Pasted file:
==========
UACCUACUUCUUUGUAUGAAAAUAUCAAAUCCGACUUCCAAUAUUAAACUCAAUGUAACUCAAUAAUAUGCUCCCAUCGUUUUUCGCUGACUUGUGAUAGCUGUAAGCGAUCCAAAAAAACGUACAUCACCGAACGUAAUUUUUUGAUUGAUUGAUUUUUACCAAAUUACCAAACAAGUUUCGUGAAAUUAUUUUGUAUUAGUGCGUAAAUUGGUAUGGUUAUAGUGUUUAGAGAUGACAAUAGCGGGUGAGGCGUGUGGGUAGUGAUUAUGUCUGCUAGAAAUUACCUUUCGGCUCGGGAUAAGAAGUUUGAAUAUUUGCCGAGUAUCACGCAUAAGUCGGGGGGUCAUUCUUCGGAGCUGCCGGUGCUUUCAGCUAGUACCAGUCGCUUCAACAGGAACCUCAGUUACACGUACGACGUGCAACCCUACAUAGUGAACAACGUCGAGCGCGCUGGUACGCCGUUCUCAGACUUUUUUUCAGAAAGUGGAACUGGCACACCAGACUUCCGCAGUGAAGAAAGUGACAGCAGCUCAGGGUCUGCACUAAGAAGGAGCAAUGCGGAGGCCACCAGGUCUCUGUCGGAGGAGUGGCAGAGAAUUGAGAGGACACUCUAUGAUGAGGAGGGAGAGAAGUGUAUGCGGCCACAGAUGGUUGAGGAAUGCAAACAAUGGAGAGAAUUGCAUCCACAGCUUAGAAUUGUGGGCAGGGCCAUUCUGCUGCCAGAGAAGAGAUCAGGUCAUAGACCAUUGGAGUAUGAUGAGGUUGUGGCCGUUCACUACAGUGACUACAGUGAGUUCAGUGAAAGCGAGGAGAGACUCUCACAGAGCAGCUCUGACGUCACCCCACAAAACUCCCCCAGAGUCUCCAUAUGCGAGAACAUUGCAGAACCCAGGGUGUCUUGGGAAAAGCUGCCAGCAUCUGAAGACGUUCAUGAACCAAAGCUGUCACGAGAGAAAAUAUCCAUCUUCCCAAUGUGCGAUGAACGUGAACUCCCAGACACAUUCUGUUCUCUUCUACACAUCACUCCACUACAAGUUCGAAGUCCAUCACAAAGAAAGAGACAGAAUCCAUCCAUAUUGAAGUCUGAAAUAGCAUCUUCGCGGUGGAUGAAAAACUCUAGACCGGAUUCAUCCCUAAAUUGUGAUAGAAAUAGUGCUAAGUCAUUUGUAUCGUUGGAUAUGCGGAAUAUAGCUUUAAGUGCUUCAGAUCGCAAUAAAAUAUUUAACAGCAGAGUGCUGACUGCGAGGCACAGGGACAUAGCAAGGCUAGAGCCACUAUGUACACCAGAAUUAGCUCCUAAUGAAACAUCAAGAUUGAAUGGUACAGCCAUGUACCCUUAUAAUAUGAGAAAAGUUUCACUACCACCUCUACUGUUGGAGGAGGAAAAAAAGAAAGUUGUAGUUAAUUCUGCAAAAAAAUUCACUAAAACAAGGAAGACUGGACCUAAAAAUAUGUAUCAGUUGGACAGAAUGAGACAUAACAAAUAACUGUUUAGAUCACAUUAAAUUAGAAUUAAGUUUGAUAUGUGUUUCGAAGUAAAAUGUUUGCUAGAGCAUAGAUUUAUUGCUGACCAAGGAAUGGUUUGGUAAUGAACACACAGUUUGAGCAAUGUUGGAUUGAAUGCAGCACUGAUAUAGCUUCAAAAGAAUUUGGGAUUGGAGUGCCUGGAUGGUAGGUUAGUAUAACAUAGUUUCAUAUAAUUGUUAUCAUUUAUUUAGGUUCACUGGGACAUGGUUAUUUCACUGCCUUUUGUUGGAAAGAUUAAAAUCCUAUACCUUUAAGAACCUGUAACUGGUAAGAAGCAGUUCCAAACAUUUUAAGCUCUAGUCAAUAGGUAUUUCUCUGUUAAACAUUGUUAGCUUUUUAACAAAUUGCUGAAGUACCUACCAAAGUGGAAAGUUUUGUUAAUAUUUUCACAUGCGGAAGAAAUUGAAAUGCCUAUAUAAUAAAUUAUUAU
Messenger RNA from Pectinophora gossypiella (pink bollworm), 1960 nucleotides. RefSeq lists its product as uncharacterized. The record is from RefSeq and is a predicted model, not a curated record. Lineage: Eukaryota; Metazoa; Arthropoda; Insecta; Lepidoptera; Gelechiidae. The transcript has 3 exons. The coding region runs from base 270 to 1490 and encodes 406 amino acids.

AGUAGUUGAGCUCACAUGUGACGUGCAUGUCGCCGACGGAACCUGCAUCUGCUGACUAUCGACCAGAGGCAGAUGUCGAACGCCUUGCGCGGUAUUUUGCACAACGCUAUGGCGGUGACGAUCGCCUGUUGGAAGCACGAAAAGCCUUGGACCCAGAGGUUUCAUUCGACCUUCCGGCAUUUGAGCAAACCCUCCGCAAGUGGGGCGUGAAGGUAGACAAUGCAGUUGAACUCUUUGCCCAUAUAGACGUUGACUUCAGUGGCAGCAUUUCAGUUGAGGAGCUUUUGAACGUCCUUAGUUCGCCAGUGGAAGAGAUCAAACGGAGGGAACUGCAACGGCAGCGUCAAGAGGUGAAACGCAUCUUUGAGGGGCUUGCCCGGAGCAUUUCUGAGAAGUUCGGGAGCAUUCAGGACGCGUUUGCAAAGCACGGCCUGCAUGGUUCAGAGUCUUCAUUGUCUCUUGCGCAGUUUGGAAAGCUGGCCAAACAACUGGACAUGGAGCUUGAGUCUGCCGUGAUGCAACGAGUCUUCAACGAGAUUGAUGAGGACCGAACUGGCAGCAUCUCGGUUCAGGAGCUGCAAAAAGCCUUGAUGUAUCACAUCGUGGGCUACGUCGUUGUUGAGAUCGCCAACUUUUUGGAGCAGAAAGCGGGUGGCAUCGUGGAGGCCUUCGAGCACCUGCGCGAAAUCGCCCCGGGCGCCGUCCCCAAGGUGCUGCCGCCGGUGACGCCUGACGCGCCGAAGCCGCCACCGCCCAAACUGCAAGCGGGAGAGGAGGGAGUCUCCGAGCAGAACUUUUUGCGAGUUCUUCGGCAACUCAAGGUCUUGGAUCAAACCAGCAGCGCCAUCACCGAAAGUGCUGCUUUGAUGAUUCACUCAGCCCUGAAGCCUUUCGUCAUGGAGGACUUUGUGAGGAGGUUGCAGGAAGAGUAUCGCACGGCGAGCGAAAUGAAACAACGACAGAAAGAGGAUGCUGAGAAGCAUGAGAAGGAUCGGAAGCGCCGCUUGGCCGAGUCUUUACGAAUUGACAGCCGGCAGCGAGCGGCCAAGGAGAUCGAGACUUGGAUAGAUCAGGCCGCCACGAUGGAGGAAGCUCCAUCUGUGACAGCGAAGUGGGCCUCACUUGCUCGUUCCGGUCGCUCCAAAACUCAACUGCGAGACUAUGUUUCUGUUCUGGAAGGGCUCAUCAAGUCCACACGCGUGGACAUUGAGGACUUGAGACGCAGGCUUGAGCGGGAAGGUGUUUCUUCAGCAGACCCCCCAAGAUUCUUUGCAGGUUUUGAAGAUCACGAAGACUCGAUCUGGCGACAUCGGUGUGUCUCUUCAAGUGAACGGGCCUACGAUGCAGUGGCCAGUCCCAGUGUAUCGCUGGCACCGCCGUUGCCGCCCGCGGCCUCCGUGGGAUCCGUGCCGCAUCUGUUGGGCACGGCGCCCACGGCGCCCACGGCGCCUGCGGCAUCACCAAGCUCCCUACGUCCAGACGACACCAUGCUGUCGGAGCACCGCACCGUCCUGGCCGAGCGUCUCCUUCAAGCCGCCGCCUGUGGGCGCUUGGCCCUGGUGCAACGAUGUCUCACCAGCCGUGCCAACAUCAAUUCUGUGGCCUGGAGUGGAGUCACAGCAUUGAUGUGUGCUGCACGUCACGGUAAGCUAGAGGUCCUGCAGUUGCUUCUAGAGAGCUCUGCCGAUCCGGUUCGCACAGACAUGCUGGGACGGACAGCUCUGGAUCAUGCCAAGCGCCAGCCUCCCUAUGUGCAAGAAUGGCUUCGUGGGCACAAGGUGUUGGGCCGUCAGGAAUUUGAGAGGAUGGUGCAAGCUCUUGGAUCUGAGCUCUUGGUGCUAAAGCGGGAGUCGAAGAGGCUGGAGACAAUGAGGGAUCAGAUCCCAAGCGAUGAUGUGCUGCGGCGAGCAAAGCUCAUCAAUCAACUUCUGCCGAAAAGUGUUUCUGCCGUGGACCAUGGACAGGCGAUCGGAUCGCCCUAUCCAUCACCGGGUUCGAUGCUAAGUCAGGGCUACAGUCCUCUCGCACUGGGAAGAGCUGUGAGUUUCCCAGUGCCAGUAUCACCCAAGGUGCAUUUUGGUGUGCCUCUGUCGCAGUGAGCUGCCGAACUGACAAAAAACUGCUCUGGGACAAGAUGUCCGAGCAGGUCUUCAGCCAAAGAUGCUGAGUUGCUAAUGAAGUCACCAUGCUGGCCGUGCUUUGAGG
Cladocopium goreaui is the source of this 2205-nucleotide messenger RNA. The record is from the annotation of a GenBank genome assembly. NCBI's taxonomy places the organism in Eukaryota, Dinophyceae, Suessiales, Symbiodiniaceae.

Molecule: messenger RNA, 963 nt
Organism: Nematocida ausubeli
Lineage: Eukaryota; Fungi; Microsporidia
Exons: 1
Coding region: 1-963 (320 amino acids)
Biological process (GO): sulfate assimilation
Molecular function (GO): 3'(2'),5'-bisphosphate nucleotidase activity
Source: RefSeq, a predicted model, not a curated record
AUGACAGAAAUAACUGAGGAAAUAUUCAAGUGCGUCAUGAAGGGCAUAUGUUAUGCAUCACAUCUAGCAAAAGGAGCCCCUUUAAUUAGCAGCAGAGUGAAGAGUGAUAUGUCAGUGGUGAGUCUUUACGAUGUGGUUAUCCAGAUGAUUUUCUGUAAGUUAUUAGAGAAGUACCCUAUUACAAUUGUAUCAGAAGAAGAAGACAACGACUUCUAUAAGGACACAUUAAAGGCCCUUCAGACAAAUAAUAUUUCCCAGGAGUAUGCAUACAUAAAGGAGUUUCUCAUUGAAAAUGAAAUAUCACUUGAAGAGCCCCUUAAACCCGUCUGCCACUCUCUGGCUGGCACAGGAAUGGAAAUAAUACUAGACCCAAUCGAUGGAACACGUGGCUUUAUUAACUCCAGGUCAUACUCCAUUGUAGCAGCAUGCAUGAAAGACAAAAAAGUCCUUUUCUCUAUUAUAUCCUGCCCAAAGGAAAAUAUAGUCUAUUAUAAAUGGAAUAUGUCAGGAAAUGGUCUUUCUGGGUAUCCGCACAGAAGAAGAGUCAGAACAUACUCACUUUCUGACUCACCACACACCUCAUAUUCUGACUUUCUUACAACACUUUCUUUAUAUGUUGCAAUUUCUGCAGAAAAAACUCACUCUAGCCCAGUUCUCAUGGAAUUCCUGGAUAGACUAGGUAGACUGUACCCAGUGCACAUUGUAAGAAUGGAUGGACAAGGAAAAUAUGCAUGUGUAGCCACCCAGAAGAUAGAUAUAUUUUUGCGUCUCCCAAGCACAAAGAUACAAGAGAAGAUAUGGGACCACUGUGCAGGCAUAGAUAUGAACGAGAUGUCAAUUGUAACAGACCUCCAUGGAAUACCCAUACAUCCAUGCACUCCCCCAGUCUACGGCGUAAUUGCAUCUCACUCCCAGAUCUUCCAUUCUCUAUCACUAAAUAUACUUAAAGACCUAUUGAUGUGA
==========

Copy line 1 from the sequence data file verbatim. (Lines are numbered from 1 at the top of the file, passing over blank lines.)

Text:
UACCUACUUCUUUGUAUGAAAAUAUCAAAUCCGACUUCCAAUAUUAAACUCAAUGUAACUCAAUAAUAUGCUCCCAUCGUUUUUCGCUGACUUGUGAUAGCUGUAAGCGAUCCAAAAAAACGUACAUCACCGAACGUAAUUUUUUGAUUGAUUGAUUUUUACCAAAUUACCAAACAAGUUUCGUGAAAUUAUUUUGUAUUAGUGCGUAAAUUGGUAUGGUUAUAGUGUUUAGAGAUGACAAUAGCGGGUGAGGCGUGUGGGUAGUGAUUAUGUCUGCUAGAAAUUACCUUUCGGCUCGGGAUAAGAAGUUUGAAUAUUUGCCGAGUAUCACGCAUAAGUCGGGGGGUCAUUCUUCGGAGCUGCCGGUGCUUUCAGCUAGUACCAGUCGCUUCAACAGGAACCUCAGUUACACGUACGACGUGCAACCCUACAUAGUGAACAACGUCGAGCGCGCUGGUACGCCGUUCUCAGACUUUUUUUCAGAAAGUGGAACUGGCACACCAGACUUCCGCAGUGAAGAAAGUGACAGCAGCUCAGGGUCUGCACUAAGAAGGAGCAAUGCGGAGGCCACCAGGUCUCUGUCGGAGGAGUGGCAGAGAAUUGAGAGGACACUCUAUGAUGAGGAGGGAGAGAAGUGUAUGCGGCCACAGAUGGUUGAGGAAUGCAAACAAUGGAGAGAAUUGCAUCCACAGCUUAGAAUUGUGGGCAGGGCCAUUCUGCUGCCAGAGAAGAGAUCAGGUCAUAGACCAUUGGAGUAUGAUGAGGUUGUGGCCGUUCACUACAGUGACUACAGUGAGUUCAGUGAAAGCGAGGAGAGACUCUCACAGAGCAGCUCUGACGUCACCCCACAAAACUCCCCCAGAGUCUCCAUAUGCGAGAACAUUGCAGAACCCAGGGUGUCUUGGGAAAAGCUGCCAGCAUCUGAAGACGUUCAUGAACCAAAGCUGUCACGAGAGAAAAUAUCCAUCUUCCCAAUGUGCGAUGAACGUGAACUCCCAGACACAUUCUGUUCUCUUCUACACAUCACUCCACUACAAGUUCGAAGUCCAUCACAAAGAAAGAGACAGAAUCCAUCCAUAUUGAAGUCUGAAAUAGCAUCUUCGCGGUGGAUGAAAAACUCUAGACCGGAUUCAUCCCUAAAUUGUGAUAGAAAUAGUGCUAAGUCAUUUGUAUCGUUGGAUAUGCGGAAUAUAGCUUUAAGUGCUUCAGAUCGCAAUAAAAUAUUUAACAGCAGAGUGCUGACUGCGAGGCACAGGGACAUAGCAAGGCUAGAGCCACUAUGUACACCAGAAUUAGCUCCUAAUGAAACAUCAAGAUUGAAUGGUACAGCCAUGUACCCUUAUAAUAUGAGAAAAGUUUCACUACCACCUCUACUGUUGGAGGAGGAAAAAAAGAAAGUUGUAGUUAAUUCUGCAAAAAAAUUCACUAAAACAAGGAAGACUGGACCUAAAAAUAUGUAUCAGUUGGACAGAAUGAGACAUAACAAAUAACUGUUUAGAUCACAUUAAAUUAGAAUUAAGUUUGAUAUGUGUUUCGAAGUAAAAUGUUUGCUAGAGCAUAGAUUUAUUGCUGACCAAGGAAUGGUUUGGUAAUGAACACACAGUUUGAGCAAUGUUGGAUUGAAUGCAGCACUGAUAUAGCUUCAAAAGAAUUUGGGAUUGGAGUGCCUGGAUGGUAGGUUAGUAUAACAUAGUUUCAUAUAAUUGUUAUCAUUUAUUUAGGUUCACUGGGACAUGGUUAUUUCACUGCCUUUUGUUGGAAAGAUUAAAAUCCUAUACCUUUAAGAACCUGUAACUGGUAAGAAGCAGUUCCAAACAUUUUAAGCUCUAGUCAAUAGGUAUUUCUCUGUUAAACAUUGUUAGCUUUUUAACAAAUUGCUGAAGUACCUACCAAAGUGGAAAGUUUUGUUAAUAUUUUCACAUGCGGAAGAAAUUGAAAUGCCUAUAUAAUAAAUUAUUAU